No match for operator+

Hey guys, I'm pretty new to C++ and I'm just doing some uni homework and trying to understand operator overloading. When I try to compile my code though, I get the error message:

"point_test.cpp: In function ‘int main()’:
point_test.cpp:46:115: error: no match for ‘operator+’ (operand types are ‘banfield_lab3::point’ and ‘banfield_lab3::point’)
std::cout << "The sum of " << my_point1.get_point() << " and " << my_point2.get_point() << " is: (" << my_point1 + my_point2 << ")" << std::endl;"

I've done a bit of googling on the topic but I still don't fully understand what I'm doing wrong.

Sorry if the answer is really obvious but any help would be greatly appreciated.

From point.cpp:

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  point operator +(const point& point1, const point& point2){
	//Postcondition: The sum of point1 and point2 is returned
	double x_sum,
		   y_sum;
		   
	x_sum = (point1.get_x() + point2.get_x());
	y_sum = (point1.get_y() + point2.get_y());
	point sum(x_sum + y_sum);
	
	return sum;		   
}


From point_test.cpp:

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std::cout << "The sum of " << my_point1.get_point() << " and " 
<< my_point2.get_point() << " is: (" << my_point1 + my_point2 << ")" << std::endl;


If needed, I can include my .h file as well as .cpp files.
Is the overload declared in a header visible to point_test.cpp?
@helios Ah, no it wasn't. With that sorted though, another problem arises.

I now get this error message:

"point_test.cpp: In function ‘int main()’:
point_test.cpp:46:102: error: no match for ‘operator<<’ (operand types are ‘std::basic_ostream<char>’ and ‘banfield_lab3::point’)
std::cout << "The sum of " << my_point1.get_point() << " and " << my_point2.get_point() << " is: (" << my_point1 + my_point2 << ")" << std::endl;"

Does this mean I need to convert the operator<< aswell? I already have a function that converts an instance of point to a string to display it.

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std::string point::get_point() {
	std::ostringstream strs;
	strs << "(" << point::get_x() << ", " << point::get_y() << ")" << std::endl;
	std::string str = strs.str();
	return str;
}


However, if I try the following code:

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point my_point4;
	my_point4 = my_point1 + my_point2;
	std::cout << "The sum of " << my_point1.get_point() << " and " 
<< my_point2.get_point() << " is: (" << my_point1 + my_point2 << ")" << std::endl;


I get the following error message:

"point_test.o:point_test.cpp:(.text+0x4f8): undefined reference to `banfield_lab3::operator+(banfield_lab3::point const&, banfield_lab3::point const&)'
point_test.o:point_test.cpp:(.text+0x4f8): relocation truncated to fit: R_X86_64_PC32 against undefined symbol `banfield_lab3::operator+(banfield_lab3::point const&, banfield_lab3::point const&)'
collect2: error: ld returned 1 exit status"

I've done a bit more searching on google but I'm still unsure as to what exactly I'm doing wrong.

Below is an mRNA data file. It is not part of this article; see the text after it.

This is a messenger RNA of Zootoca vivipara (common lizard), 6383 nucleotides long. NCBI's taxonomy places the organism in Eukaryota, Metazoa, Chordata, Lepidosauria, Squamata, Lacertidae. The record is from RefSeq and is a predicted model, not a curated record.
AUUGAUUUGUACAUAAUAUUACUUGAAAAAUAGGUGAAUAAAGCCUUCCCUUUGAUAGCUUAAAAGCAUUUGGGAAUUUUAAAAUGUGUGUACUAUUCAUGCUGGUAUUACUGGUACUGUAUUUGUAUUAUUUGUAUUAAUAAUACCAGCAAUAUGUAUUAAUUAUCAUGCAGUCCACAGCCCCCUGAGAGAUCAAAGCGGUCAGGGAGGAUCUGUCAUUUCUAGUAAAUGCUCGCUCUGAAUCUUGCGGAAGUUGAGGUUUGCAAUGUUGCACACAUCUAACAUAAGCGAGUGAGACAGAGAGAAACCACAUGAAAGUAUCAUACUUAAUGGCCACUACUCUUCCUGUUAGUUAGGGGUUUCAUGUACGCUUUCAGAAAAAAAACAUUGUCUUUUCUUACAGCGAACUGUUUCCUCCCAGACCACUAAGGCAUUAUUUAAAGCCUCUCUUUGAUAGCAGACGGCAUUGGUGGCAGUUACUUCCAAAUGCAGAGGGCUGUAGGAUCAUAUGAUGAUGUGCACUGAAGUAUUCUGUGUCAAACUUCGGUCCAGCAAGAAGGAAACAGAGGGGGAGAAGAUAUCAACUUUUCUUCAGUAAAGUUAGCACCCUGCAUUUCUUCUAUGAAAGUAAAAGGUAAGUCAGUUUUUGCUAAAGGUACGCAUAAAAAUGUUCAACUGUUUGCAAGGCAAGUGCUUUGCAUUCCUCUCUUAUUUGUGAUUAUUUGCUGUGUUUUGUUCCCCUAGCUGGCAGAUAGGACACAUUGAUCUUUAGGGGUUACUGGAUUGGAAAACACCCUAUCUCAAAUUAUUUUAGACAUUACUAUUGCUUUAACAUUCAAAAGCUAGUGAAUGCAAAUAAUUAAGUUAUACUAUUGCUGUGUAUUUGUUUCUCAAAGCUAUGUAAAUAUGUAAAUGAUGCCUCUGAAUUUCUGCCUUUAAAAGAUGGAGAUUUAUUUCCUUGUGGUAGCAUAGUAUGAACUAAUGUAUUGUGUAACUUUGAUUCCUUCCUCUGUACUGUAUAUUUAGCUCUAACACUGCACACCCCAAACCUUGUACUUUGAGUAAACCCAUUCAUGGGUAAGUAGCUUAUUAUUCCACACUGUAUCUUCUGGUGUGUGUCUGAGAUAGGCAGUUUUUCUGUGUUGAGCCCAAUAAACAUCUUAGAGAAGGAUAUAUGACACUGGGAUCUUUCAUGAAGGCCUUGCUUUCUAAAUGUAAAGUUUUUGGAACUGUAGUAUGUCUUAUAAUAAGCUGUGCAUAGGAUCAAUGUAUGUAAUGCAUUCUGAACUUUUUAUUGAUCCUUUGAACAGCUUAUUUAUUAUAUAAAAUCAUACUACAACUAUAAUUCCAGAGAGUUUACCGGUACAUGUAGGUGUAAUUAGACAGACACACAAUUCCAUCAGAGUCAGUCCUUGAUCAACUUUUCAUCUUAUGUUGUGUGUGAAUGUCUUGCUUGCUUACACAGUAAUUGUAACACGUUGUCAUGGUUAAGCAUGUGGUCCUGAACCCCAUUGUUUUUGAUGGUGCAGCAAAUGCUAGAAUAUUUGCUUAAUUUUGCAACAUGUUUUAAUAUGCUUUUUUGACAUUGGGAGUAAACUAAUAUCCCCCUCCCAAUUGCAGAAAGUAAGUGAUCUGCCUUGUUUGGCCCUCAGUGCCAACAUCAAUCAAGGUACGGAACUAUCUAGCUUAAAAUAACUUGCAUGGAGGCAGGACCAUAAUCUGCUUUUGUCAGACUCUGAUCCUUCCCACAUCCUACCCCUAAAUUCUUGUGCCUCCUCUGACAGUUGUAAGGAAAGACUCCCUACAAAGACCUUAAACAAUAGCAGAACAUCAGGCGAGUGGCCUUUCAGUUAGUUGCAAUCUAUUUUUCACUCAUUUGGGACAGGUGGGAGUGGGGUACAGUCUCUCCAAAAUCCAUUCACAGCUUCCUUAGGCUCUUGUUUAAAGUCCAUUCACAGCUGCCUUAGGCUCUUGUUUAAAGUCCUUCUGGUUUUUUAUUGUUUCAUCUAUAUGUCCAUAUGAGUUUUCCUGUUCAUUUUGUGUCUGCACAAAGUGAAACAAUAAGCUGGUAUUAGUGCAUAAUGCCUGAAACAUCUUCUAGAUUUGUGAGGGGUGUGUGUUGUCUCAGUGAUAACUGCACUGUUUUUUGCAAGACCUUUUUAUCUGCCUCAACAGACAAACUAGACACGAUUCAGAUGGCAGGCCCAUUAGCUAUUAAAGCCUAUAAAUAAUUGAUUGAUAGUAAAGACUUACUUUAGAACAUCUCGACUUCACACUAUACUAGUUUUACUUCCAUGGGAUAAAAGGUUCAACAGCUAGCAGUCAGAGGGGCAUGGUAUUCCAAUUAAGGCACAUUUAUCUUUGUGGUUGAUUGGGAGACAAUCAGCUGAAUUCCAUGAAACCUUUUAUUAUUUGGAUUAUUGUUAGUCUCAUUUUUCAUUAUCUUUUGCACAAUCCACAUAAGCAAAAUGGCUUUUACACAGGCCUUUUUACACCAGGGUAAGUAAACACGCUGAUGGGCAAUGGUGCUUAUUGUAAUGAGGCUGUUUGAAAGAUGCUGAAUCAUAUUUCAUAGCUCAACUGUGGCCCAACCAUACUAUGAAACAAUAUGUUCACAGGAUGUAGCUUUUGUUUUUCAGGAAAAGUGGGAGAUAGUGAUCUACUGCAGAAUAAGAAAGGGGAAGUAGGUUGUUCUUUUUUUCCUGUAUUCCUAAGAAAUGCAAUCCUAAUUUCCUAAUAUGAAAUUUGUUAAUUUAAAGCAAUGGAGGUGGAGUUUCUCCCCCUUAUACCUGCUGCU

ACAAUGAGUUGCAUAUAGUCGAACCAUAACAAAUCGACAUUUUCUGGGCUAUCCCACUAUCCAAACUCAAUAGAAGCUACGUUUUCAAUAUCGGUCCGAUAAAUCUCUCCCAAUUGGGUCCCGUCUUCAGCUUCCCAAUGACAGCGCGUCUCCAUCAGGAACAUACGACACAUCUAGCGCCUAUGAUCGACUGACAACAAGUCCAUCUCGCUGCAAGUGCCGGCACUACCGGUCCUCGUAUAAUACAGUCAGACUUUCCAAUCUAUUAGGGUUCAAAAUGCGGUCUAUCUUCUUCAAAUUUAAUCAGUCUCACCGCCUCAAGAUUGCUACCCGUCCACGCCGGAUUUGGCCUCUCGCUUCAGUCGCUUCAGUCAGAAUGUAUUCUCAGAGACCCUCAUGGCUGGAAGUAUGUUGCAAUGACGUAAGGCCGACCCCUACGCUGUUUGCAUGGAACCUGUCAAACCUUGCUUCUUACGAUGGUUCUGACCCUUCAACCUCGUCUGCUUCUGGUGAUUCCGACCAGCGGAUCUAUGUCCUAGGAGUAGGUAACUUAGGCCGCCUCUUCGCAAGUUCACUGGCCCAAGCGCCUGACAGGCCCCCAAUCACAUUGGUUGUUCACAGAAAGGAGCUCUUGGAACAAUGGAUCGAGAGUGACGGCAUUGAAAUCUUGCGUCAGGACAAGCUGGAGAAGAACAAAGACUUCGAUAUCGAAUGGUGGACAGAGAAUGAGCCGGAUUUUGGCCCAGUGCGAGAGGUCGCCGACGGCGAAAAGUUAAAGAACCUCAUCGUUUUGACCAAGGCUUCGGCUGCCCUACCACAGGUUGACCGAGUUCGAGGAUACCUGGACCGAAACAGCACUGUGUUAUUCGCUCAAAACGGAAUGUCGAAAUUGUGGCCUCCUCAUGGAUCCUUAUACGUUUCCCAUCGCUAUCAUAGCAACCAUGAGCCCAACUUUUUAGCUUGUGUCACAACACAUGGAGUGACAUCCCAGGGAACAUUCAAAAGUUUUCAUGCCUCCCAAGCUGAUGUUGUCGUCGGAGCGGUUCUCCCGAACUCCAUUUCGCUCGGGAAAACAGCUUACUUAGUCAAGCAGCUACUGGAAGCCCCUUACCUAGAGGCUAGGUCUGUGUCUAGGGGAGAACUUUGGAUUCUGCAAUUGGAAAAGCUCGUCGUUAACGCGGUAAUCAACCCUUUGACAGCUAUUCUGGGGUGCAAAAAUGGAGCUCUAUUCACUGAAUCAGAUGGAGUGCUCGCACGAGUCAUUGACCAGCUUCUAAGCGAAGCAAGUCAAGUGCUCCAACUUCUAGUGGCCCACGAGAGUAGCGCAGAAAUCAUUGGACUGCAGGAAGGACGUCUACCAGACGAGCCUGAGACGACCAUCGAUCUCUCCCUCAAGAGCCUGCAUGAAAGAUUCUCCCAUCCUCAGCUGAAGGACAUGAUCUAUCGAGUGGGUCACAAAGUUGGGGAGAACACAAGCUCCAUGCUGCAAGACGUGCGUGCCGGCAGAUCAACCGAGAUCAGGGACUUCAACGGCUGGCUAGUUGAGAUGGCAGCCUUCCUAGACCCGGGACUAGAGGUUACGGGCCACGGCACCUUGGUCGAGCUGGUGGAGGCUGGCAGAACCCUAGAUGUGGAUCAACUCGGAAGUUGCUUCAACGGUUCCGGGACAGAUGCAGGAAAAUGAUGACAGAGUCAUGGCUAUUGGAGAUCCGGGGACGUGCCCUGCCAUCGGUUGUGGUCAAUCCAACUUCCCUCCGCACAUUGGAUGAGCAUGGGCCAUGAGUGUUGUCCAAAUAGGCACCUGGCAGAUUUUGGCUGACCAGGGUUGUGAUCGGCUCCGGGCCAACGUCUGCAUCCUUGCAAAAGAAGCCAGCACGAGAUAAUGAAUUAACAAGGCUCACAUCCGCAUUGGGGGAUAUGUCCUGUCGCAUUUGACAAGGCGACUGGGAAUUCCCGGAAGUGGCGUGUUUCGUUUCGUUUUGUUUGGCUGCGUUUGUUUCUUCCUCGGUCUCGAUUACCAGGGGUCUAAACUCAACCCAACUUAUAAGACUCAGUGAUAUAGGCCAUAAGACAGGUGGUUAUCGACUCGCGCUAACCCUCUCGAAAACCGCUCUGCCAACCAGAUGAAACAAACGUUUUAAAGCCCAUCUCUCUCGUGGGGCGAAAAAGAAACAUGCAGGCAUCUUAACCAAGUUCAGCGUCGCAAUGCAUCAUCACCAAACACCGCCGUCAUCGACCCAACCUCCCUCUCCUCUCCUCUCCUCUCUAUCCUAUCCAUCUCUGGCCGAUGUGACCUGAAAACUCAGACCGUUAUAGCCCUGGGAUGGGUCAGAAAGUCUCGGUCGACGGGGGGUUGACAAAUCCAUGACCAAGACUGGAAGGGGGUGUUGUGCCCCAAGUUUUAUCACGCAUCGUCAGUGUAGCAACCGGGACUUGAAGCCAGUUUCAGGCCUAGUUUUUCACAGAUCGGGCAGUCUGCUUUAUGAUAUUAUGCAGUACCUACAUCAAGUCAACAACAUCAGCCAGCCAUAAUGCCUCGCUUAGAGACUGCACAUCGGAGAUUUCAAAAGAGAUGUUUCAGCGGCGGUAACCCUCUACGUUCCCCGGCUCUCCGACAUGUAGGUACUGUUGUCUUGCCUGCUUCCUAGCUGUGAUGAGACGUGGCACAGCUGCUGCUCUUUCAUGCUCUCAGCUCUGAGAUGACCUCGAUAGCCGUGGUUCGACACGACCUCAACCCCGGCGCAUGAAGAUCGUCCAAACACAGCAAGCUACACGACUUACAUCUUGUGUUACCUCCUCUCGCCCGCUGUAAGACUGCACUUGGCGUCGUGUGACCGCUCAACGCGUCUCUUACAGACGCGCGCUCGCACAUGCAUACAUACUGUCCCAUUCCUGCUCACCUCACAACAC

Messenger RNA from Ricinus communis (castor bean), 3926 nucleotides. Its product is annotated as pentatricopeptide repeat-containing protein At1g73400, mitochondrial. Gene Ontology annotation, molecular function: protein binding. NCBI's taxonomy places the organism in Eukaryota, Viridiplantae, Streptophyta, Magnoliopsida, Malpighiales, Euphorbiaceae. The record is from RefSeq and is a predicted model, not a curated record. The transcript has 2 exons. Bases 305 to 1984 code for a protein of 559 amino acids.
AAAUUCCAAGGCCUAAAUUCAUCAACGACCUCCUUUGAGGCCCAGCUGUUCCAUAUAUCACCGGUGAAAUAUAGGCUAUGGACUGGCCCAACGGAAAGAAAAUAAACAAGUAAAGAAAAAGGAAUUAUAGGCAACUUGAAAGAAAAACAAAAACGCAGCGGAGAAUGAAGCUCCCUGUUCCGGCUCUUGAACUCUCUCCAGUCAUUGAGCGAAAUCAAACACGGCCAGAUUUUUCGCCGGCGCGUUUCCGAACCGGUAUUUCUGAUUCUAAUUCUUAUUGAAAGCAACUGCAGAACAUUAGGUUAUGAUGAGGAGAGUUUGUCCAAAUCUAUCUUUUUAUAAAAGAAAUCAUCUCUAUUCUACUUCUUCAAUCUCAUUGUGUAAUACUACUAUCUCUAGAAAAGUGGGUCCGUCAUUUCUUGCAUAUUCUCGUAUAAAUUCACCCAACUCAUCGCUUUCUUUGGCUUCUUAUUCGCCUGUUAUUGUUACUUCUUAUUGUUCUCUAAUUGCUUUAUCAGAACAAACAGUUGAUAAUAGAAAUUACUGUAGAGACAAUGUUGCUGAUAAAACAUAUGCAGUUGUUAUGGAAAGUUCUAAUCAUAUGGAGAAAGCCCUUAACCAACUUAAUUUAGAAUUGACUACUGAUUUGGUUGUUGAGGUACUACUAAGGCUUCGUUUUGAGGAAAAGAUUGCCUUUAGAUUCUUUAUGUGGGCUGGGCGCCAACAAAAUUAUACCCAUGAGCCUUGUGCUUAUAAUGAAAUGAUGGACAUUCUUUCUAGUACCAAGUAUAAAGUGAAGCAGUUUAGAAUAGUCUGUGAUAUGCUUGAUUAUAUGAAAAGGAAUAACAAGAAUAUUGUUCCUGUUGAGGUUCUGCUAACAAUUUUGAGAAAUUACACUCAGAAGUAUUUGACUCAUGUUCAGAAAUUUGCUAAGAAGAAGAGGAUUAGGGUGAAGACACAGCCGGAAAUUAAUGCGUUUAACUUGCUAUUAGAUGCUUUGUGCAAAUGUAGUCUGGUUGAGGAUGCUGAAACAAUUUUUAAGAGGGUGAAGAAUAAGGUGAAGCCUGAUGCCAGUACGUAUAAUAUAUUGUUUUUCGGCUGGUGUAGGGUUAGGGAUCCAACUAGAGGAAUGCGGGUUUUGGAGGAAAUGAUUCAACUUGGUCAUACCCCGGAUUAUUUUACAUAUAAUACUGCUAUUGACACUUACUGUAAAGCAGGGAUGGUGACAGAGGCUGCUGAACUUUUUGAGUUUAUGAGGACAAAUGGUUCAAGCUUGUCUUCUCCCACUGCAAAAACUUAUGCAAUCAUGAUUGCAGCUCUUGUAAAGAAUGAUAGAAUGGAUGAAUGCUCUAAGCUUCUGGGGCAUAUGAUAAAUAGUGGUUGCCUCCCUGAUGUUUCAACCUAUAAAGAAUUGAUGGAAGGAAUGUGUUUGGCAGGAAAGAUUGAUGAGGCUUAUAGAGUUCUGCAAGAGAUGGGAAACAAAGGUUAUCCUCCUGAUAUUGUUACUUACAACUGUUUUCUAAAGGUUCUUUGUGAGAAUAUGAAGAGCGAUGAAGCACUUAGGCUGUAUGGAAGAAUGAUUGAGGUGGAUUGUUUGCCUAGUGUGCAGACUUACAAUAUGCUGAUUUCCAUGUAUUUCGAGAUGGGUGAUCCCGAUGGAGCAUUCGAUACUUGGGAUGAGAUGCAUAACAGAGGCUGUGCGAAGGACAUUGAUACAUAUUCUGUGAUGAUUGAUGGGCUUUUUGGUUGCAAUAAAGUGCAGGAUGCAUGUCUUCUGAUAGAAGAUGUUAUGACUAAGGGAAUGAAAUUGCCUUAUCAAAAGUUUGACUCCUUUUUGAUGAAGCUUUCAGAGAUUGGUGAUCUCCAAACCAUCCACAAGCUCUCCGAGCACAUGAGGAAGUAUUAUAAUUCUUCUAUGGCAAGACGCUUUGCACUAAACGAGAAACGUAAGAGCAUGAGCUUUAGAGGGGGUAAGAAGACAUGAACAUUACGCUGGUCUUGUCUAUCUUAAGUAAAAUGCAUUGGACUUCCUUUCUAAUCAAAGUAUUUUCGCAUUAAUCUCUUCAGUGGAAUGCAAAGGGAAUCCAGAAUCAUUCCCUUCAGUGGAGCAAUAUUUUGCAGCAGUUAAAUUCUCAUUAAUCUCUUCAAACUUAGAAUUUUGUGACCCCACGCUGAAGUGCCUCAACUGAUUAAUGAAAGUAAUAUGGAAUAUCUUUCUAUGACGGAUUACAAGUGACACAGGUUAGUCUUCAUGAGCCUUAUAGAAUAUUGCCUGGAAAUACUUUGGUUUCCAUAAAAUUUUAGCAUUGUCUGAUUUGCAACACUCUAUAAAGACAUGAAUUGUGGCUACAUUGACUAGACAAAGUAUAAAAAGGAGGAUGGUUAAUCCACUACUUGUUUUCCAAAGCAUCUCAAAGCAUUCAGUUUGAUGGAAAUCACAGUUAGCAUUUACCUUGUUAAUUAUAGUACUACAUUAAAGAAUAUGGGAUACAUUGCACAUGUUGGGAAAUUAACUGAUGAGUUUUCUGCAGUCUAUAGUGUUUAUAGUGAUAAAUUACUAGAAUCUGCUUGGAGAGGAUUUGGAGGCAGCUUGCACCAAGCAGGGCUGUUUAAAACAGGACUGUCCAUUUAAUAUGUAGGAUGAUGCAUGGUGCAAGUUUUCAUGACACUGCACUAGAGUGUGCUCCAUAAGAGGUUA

You must compile the point.cpp too and include the resulting object file in the linking phase.

The result of mypoint1+my_point2 is a point. Shouldn't you call its get_point()?
@keskiverto I'm pretty sure I am compiling the point.cpp. I don't exactly understand what this all means but this is what my makefile looks like:

CC=g++
CFLAGS=-c -Wall
LDFLAGS=
SOURCES=point.h point.cpp point_test.cpp
OBJECTS=$(SOURCES:.cpp=.o)
EXECUTABLE=point_test

all: $(SOURCES) $(EXECUTABLE)

$(EXECUTABLE): $(OBJECTS)
$(CC) $(LDFLAGS) $(OBJECTS) -o $@

%.o : %.cpp
$(CC) $(CFLAGS) -c $<

clean:
rm -rf *.o core


Also, you are right. The piece of code in my reply was meant to be this:

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point my_point4;
	my_point4 = my_point1 + my_point2;
	std::cout << "The sum of " << my_point1.get_point() << " and " 
<< my_point2.get_point() << " is: (" << my_point4.get_point() << ")" << std::endl;

Remove point.h from the SOURCES.
Remove point.h from the SOURCES.


Not exactly. Point.o and main.o should be rebuilt when point.h changes, and I believe MrPigeon's makefile does this. MrPigeon can test via:
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$ make
$ touch point.h
$ make // should rebuild point.o, main.o, and core 


The makefile wouldn't be so great if he had source files that did not depend on point.h, but for this project it should be enough.

I store all of my source files in an src directory ( within the project directory ), and this is the makefile I use:
https://raw.githubusercontent.com/Lowest0ne/make_template/master/makefile
Last edited on
True, not exactly. The problem is that now point.h is in OBJECTS and therefore in the linking command. We don't link headers.

Furthermore, the object files do not depend on the header, so touching the header should trigger only the relinking. Your dynamic dependency calculation creates more elaborate rules.
the object files do not depend on the header, so touching the header should trigger only the relinking.


How about you try this out before disagreeing. If you don't know how, you can start by changing the name of Point to Poynt.
Last edited on
Shouldn't this point sum(x_sum + y_sum); be point sum(x_sum, y_sum);? Though, I suppose you could have some very weird constructor that takes in the x and y as one variable then some how guesses how to extract them from that number.
Lowest0ne wrote:
How about you try this out before disagreeing. If you don't know how, you can start by changing the name of Point to Poynt.
point_test.cpp
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#include "point.h"
int main()
{
  foo( 42 );
  return 0;
}

point.h
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#ifndef DEC_POINT_H
#define DEC_POINT_H
void foo( int );
#endif 

point.cpp
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#include <iostream>
#include "point.h"
void foo( int bar )
{
  std::cout << bar << '\n';
}

Makefile.x
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CC=g++
CFLAGS=-c -Wall
LDFLAGS=
SOURCES=point.h point.cpp point_test.cpp
OBJECTS=$(SOURCES:.cpp=.o)
EXECUTABLE=point_test

all: $(SOURCES) $(EXECUTABLE)